ABUJA (Nigeria) • Hours after Nigerian President Muhammadu Buhari met a schoolgirl rescued this week after more than two years in Boko Haram captivity, government officials announced on Thursday that another of the missing girls had been found.
Soldiers and vigilante forces found the girl, Ms Serah Luka, during an operation on Thursday that killed 35 Boko Haram fighters and rescued 97 women and children, according to the military.
Ms Luka, who the military said was receiving medical attention, had been attending a boarding school in the village of Chibok for just over two months when fighters raided and kidnapped the nearly 300 girls there during exam week in April 2014.
Earlier on Thursday, President Buhari whisked Ms Amina Ali, who was found on Tuesday roaming a forest where Boko Haram fighters were in hiding, to Abuja, the capital, in a presidential jet.
She sat in a plush leather chair in the presidential villa before the country's dignitaries and shook hands with the President, who held her sobbing four-month-old baby girl Safiya as he showed mother and child to journalists.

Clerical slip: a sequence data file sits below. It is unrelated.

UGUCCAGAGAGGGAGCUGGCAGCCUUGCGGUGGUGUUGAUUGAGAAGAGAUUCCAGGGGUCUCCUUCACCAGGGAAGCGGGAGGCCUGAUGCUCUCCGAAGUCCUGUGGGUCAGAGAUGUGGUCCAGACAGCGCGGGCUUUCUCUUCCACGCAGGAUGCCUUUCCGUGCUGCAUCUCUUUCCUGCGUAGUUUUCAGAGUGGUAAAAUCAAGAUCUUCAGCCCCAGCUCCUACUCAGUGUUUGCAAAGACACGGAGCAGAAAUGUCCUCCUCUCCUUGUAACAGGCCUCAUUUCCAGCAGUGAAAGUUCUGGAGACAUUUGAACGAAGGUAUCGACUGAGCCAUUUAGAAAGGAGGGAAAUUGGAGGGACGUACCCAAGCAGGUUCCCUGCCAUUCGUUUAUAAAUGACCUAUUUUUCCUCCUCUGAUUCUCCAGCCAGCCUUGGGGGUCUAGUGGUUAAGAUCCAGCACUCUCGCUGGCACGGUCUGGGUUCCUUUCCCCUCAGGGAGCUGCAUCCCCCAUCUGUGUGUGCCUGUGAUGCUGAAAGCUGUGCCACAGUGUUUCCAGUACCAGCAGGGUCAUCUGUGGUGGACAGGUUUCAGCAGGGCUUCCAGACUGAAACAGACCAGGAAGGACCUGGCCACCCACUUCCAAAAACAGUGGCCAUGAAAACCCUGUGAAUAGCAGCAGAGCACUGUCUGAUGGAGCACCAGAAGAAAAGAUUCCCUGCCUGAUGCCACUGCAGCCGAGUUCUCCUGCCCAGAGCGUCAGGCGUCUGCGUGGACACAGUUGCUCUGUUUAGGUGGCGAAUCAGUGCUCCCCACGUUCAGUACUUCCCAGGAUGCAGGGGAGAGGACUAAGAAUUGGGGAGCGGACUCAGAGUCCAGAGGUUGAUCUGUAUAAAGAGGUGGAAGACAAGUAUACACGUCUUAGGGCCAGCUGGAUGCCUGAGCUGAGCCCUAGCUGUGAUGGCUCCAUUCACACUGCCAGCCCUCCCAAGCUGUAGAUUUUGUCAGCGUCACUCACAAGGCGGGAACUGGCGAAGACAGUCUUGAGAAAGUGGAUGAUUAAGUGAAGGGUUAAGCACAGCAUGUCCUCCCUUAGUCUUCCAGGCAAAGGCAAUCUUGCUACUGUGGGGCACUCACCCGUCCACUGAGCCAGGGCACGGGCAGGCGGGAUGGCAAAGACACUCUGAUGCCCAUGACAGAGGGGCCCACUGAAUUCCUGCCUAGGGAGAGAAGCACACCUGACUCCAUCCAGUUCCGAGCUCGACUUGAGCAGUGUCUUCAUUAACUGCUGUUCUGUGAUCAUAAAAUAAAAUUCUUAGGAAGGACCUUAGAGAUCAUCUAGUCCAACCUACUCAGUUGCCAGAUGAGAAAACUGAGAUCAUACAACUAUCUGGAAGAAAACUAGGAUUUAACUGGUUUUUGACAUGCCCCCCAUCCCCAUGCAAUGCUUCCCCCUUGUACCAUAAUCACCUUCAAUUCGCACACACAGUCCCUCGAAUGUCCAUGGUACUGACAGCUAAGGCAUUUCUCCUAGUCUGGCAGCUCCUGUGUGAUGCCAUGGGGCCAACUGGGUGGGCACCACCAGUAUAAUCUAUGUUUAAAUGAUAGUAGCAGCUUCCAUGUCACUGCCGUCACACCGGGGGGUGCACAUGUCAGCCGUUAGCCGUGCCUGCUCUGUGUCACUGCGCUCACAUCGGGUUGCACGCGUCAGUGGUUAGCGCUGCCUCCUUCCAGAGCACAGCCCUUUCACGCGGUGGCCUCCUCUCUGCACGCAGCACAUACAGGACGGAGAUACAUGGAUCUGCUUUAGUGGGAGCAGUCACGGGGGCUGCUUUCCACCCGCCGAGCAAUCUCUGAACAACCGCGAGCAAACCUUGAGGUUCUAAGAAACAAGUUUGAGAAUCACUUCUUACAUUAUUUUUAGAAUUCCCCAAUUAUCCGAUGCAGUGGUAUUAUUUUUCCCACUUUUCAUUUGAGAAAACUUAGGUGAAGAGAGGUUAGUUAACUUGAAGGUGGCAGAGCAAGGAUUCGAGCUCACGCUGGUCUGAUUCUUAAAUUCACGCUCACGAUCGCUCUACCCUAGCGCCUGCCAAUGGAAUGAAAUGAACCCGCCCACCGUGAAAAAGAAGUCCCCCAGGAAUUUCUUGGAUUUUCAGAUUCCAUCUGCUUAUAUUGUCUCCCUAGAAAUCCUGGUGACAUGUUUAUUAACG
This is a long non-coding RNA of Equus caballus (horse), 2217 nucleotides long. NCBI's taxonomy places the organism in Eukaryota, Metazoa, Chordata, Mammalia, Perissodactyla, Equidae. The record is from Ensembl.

Local vigilante fighters found a malnourished Ms Ali two days earlier as they were scouring the area for Boko Haram militants. She was with the baby and a man who claimed to be her husband. Government officials said the man was really a Boko Haram fighter.
Her rescue was the first since a few dozen of the girls escaped in the days after the kidnapping in Chibok, just 48km away from where she was found. Now, 218 girls remain missing. They are believed to be somewhere in the Sambisa forest. On Thursday, Mr Buhari renewed a pledge to find them all. "Amina's rescue gives us new hope and offers a unique opportunity for vital information," he said.
"The continuation of Amina's education, so abruptly disrupted, will definitely be a priority of the federal government. Amina must be enabled to go back to school. No girl in Nigeria should be put through the brutality of forced marriage. Every girl has the right to an education and a life choice."
The abduction has been a political embarrassment for Mr Buhari, who took office last year after campaign pledges to find all the girls and stamp out Boko Haram. Neither has happened.
Ms Hadiza Bala Usman, a leader of a group that campaigns for the girls' release, said Ms Ali told her that at least six of her classmates had died, some in childbirth and others in clashes between Boko Haram and the military. Government and military officials could not confirm the account.
Through the years that Boko Haram has been terrorising Nigeria and neighbouring countries, militants have killed many children in attacks on schools. But the abduction in Chibok gained worldwide notoriety, motivating a global social media campaign with the hashtag #BringBackOurGirls.
NEW YORK TIMES